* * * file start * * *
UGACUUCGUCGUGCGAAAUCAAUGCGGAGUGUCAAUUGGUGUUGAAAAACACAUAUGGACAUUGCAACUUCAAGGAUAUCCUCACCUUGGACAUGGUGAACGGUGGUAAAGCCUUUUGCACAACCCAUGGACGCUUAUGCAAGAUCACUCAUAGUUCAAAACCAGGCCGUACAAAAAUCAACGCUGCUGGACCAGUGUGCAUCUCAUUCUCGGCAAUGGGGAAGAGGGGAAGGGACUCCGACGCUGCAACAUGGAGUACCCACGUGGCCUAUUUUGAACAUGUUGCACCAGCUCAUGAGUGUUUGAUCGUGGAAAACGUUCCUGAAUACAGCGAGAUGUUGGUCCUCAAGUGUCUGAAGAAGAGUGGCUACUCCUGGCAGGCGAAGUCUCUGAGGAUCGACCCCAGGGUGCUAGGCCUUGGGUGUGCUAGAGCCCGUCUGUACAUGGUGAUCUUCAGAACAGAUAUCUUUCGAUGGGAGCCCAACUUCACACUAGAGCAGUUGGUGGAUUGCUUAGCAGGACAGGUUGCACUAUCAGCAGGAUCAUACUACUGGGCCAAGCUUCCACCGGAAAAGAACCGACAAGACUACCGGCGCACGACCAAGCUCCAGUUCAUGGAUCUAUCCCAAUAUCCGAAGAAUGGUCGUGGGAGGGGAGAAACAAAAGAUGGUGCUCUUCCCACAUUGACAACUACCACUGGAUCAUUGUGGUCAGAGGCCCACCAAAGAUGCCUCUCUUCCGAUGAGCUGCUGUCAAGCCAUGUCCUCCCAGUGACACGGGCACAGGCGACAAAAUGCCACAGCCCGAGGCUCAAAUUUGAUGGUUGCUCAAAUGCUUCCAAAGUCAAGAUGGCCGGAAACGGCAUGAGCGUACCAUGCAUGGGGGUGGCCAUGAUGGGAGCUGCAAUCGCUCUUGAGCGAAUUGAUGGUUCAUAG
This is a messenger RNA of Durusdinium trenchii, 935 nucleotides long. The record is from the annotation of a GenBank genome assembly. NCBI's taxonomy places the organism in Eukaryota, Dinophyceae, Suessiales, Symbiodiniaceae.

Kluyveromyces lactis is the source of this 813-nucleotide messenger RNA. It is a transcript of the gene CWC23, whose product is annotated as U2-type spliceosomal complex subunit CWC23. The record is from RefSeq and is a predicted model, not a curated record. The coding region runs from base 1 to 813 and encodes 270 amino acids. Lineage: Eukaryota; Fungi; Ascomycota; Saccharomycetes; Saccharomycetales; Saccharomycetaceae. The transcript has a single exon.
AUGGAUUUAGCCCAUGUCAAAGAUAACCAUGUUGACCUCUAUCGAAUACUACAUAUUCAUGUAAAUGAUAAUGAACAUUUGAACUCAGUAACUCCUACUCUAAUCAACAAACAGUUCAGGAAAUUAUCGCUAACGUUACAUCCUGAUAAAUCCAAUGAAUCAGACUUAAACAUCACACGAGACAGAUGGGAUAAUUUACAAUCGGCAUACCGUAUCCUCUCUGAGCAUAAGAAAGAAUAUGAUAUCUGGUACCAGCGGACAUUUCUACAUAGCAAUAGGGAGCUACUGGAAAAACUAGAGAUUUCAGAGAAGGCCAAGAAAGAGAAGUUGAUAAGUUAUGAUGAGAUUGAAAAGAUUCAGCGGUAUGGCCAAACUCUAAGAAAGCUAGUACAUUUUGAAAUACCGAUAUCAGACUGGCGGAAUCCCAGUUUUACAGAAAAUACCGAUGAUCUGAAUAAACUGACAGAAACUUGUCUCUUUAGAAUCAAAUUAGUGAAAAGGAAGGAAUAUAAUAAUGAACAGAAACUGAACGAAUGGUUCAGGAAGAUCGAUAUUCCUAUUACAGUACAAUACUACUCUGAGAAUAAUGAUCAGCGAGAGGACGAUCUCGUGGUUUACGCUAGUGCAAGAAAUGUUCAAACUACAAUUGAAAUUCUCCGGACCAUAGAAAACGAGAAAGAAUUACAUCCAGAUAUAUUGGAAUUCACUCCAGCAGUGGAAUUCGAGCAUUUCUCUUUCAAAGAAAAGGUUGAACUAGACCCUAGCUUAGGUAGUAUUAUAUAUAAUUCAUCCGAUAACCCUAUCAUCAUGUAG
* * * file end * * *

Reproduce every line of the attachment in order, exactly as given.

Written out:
UGACUUCGUCGUGCGAAAUCAAUGCGGAGUGUCAAUUGGUGUUGAAAAACACAUAUGGACAUUGCAACUUCAAGGAUAUCCUCACCUUGGACAUGGUGAACGGUGGUAAAGCCUUUUGCACAACCCAUGGACGCUUAUGCAAGAUCACUCAUAGUUCAAAACCAGGCCGUACAAAAAUCAACGCUGCUGGACCAGUGUGCAUCUCAUUCUCGGCAAUGGGGAAGAGGGGAAGGGACUCCGACGCUGCAACAUGGAGUACCCACGUGGCCUAUUUUGAACAUGUUGCACCAGCUCAUGAGUGUUUGAUCGUGGAAAACGUUCCUGAAUACAGCGAGAUGUUGGUCCUCAAGUGUCUGAAGAAGAGUGGCUACUCCUGGCAGGCGAAGUCUCUGAGGAUCGACCCCAGGGUGCUAGGCCUUGGGUGUGCUAGAGCCCGUCUGUACAUGGUGAUCUUCAGAACAGAUAUCUUUCGAUGGGAGCCCAACUUCACACUAGAGCAGUUGGUGGAUUGCUUAGCAGGACAGGUUGCACUAUCAGCAGGAUCAUACUACUGGGCCAAGCUUCCACCGGAAAAGAACCGACAAGACUACCGGCGCACGACCAAGCUCCAGUUCAUGGAUCUAUCCCAAUAUCCGAAGAAUGGUCGUGGGAGGGGAGAAACAAAAGAUGGUGCUCUUCCCACAUUGACAACUACCACUGGAUCAUUGUGGUCAGAGGCCCACCAAAGAUGCCUCUCUUCCGAUGAGCUGCUGUCAAGCCAUGUCCUCCCAGUGACACGGGCACAGGCGACAAAAUGCCACAGCCCGAGGCUCAAAUUUGAUGGUUGCUCAAAUGCUUCCAAAGUCAAGAUGGCCGGAAACGGCAUGAGCGUACCAUGCAUGGGGGUGGCCAUGAUGGGAGCUGCAAUCGCUCUUGAGCGAAUUGAUGGUUCAUAG
This is a messenger RNA of Durusdinium trenchii, 935 nucleotides long. The record is from the annotation of a GenBank genome assembly. NCBI's taxonomy places the organism in Eukaryota, Dinophyceae, Suessiales, Symbiodiniaceae.

Kluyveromyces lactis is the source of this 813-nucleotide messenger RNA. It is a transcript of the gene CWC23, whose product is annotated as U2-type spliceosomal complex subunit CWC23. The record is from RefSeq and is a predicted model, not a curated record. The coding region runs from base 1 to 813 and encodes 270 amino acids. Lineage: Eukaryota; Fungi; Ascomycota; Saccharomycetes; Saccharomycetales; Saccharomycetaceae. The transcript has a single exon.
AUGGAUUUAGCCCAUGUCAAAGAUAACCAUGUUGACCUCUAUCGAAUACUACAUAUUCAUGUAAAUGAUAAUGAACAUUUGAACUCAGUAACUCCUACUCUAAUCAACAAACAGUUCAGGAAAUUAUCGCUAACGUUACAUCCUGAUAAAUCCAAUGAAUCAGACUUAAACAUCACACGAGACAGAUGGGAUAAUUUACAAUCGGCAUACCGUAUCCUCUCUGAGCAUAAGAAAGAAUAUGAUAUCUGGUACCAGCGGACAUUUCUACAUAGCAAUAGGGAGCUACUGGAAAAACUAGAGAUUUCAGAGAAGGCCAAGAAAGAGAAGUUGAUAAGUUAUGAUGAGAUUGAAAAGAUUCAGCGGUAUGGCCAAACUCUAAGAAAGCUAGUACAUUUUGAAAUACCGAUAUCAGACUGGCGGAAUCCCAGUUUUACAGAAAAUACCGAUGAUCUGAAUAAACUGACAGAAACUUGUCUCUUUAGAAUCAAAUUAGUGAAAAGGAAGGAAUAUAAUAAUGAACAGAAACUGAACGAAUGGUUCAGGAAGAUCGAUAUUCCUAUUACAGUACAAUACUACUCUGAGAAUAAUGAUCAGCGAGAGGACGAUCUCGUGGUUUACGCUAGUGCAAGAAAUGUUCAAACUACAAUUGAAAUUCUCCGGACCAUAGAAAACGAGAAAGAAUUACAUCCAGAUAUAUUGGAAUUCACUCCAGCAGUGGAAUUCGAGCAUUUCUCUUUCAAAGAAAAGGUUGAACUAGACCCUAGCUUAGGUAGUAUUAUAUAUAAUUCAUCCGAUAACCCUAUCAUCAUGUAG